No DSL or Internet Lights, An Intermittent or Low Speed Connection
Here are some possible causes:
- DSL modem is connected to the phone line via a line filter
- Solution: The DSL modem must be directly connected to the phone line, without a line filter, remove any filter.
- Modem not connected to working phone jack or to a line with DSL service
- Solution: If you have multiple phone lines at your location, be sure the modem is connected to the line with DSL service. If the line also has voice service (i.e., is not 'dry DSL'), there should be dial-tone if you plug in a phone at that jack.
- Telephone(s) or other devices not filtered on the same phone line
- Solution: All devices (other than the DSL modem itself) must be connected via a line filter (otherwise they may interfere with the DSL signal). Install filters or disconnect the other devices from the phone line.
- Outside line issues: Noise on your phone line. If you hear cracks, static, etc on your phone line, this can interfere with your DSL signal too
- Solution: Call 611 to report the problem to Bell. Tell them about the voice quality on your line being poor due to cracks, pops & static sounds. Probably best not to mention DSL, just focus on voice quality issues.
- Defective filter(s). If the DSL modem works well with all other devices temporarily unplugged from your line, maybe one of those devices has a defective filter
- Solution: Try to figure out which filter is defective by plugging the devices in one at a time. If one is found to be defective, replace it.
- Faulty inside wiring / phone jack(s). If your problems appear after adding a new phone or other device, or changing the wiring in your house, those changes are likely the cause of problems
- Solution: Repair your inside wiring. If unsuccessful, Bell offers a charge-by-the-hour service to find problems within your residence, call 611 to arrange for assistance.
- Distance from DSL service exceeds maximum distance. If you've never been able to obtain sync, maybe your location is too far from the nearest Bell service point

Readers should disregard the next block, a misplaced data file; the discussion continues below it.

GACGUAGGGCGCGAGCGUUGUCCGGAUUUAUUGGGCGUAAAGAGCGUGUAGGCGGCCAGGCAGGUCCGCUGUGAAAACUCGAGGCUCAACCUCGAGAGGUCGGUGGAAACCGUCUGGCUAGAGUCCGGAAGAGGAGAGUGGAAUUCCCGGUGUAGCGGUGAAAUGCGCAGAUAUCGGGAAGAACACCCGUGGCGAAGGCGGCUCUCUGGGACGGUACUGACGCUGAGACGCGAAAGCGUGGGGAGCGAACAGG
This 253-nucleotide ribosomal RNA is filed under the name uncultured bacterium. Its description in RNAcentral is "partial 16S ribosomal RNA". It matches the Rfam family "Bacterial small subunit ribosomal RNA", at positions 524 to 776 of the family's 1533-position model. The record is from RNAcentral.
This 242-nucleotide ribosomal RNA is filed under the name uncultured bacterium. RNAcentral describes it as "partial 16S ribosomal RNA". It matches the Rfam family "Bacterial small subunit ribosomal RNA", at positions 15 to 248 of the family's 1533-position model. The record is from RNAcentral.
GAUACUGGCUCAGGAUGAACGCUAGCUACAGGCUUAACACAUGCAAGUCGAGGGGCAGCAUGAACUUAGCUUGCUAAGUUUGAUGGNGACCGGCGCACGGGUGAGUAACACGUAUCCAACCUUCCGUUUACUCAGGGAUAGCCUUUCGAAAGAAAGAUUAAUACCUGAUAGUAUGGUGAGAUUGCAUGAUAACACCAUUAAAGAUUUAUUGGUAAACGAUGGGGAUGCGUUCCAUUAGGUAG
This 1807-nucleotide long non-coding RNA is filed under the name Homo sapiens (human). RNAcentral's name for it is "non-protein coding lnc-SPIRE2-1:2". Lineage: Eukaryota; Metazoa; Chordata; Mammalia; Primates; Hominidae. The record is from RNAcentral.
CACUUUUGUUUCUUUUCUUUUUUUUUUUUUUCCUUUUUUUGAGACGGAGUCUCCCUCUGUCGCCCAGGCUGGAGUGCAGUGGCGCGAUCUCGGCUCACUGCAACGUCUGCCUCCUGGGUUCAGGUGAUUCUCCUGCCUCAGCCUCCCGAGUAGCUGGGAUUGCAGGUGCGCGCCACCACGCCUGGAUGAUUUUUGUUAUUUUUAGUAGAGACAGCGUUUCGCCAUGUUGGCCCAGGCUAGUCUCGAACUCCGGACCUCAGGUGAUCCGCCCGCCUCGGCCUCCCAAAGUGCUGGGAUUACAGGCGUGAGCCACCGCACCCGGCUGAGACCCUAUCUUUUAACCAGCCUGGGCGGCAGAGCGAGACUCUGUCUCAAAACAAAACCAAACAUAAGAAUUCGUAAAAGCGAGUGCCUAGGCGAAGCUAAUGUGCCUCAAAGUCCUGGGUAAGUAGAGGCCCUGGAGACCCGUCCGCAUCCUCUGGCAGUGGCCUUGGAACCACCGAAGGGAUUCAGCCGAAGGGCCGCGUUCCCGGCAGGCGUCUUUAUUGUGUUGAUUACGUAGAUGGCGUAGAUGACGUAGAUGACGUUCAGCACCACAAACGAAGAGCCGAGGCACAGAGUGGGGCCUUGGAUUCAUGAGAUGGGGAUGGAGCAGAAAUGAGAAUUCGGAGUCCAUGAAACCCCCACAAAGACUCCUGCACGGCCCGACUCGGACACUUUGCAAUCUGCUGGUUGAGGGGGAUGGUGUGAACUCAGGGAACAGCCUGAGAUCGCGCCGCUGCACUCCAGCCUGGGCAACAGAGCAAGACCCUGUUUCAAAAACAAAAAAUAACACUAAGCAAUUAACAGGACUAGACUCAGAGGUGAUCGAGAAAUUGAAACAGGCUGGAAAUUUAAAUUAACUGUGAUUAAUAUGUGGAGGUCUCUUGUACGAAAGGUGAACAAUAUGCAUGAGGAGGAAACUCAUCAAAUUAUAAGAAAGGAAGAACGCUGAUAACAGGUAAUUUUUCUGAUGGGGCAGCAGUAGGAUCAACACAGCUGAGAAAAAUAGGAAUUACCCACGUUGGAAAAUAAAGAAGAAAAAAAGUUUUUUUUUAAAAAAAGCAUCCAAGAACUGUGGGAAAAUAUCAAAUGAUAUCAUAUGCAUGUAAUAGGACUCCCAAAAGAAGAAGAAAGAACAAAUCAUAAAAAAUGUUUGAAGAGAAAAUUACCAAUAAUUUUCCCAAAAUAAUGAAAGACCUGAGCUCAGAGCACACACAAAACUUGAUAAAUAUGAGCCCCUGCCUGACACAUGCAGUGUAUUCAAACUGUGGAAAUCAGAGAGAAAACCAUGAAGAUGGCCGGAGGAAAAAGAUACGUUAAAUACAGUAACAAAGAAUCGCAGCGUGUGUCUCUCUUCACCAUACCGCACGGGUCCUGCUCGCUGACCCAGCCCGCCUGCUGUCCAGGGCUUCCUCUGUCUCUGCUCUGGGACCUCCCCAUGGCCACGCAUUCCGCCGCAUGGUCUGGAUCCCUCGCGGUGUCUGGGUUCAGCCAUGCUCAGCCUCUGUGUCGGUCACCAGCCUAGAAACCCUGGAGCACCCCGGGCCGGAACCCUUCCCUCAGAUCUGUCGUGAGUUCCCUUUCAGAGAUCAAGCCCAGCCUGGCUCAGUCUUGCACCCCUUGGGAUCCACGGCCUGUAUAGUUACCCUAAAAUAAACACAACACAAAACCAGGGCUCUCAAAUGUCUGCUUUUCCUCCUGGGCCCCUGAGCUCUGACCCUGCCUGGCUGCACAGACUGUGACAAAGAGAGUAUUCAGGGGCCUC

- Solution: NCF can work with Bell to assess this. Contact NCF via the Help page.
- Electrical interference from AM radio, halogen lights, audio speakers, power supplies
- Solution: Locate the modem away from sources of electrical interference. Use shielded twisted pair cabling from the modem to the wall jack.
- Apartment intercom interference
- Some older-style apartment door intercoms actually cut into the phone line system and can interfere with DSL signals, causing a loss of connectivity. Many are being replaced by more modern systems that act as telephones and dial your home or cell phone number and won't interfere with DSL. If you determine this is the problem try discussing this with your landlord.
- Using low-quality phone wire between the phone jack and modem
- Solution: It is best to use just the phone line that was provide by the modem. If you need an extension to reach a jack, be sure it is high quality. Instead, consider using a longer ethernet cable to reach the computer (or use wireless instead).
- Modem overheating.
- Solution: Ensure the ventilation ports, usually located on the bottom of the modem are clear. Try mounting the modem on its side (vertically), on a hard surface or raised up on blocks so that airflow is optimal. If it was operating at a normal temperature and is now overheating it is likely about to fail and requires replacing.
- Spider webs
- Solution: Check that your telephone junction boxes are free of spider webs (they can conduct and interfere with short range, high frequency signals, says a local engineer who worked on early DSL-like hardware development).
- Wet weather, especially in the spring
- Solution: Often wet weather, especially during the spring melt, causes phone line performance to degrade (water gets in and temporarily changes the electrical characteristics of the line). Lines are supposed to be waterproof, but with age that can degrade. Such problems often 'dry up' as conditions improve.
- Failing modem
- Solution: Modems rarely just quit dead, many models seem to have failure modes where they keep working, but don't provide a good stable connection. You can borrow a "loaner modem" from the NCF office (deposit required). The staff will set it up with your account information and password so that you can just take it home and plug it in. If this solves problem then chances are that the problem is that your own modem is failing. If this does not solve the problem then it will rule out your modem as the cause of the issue.
- Wireless issues
- For wireless issues have a look at about wireless.
That didn't work, now what?
Nothing works? Try:
- Searching the internet for ideas
- For DNS problems see Google's tips
- Posting to the NCF Cable Discussion Group
- Contacting our HelpDesk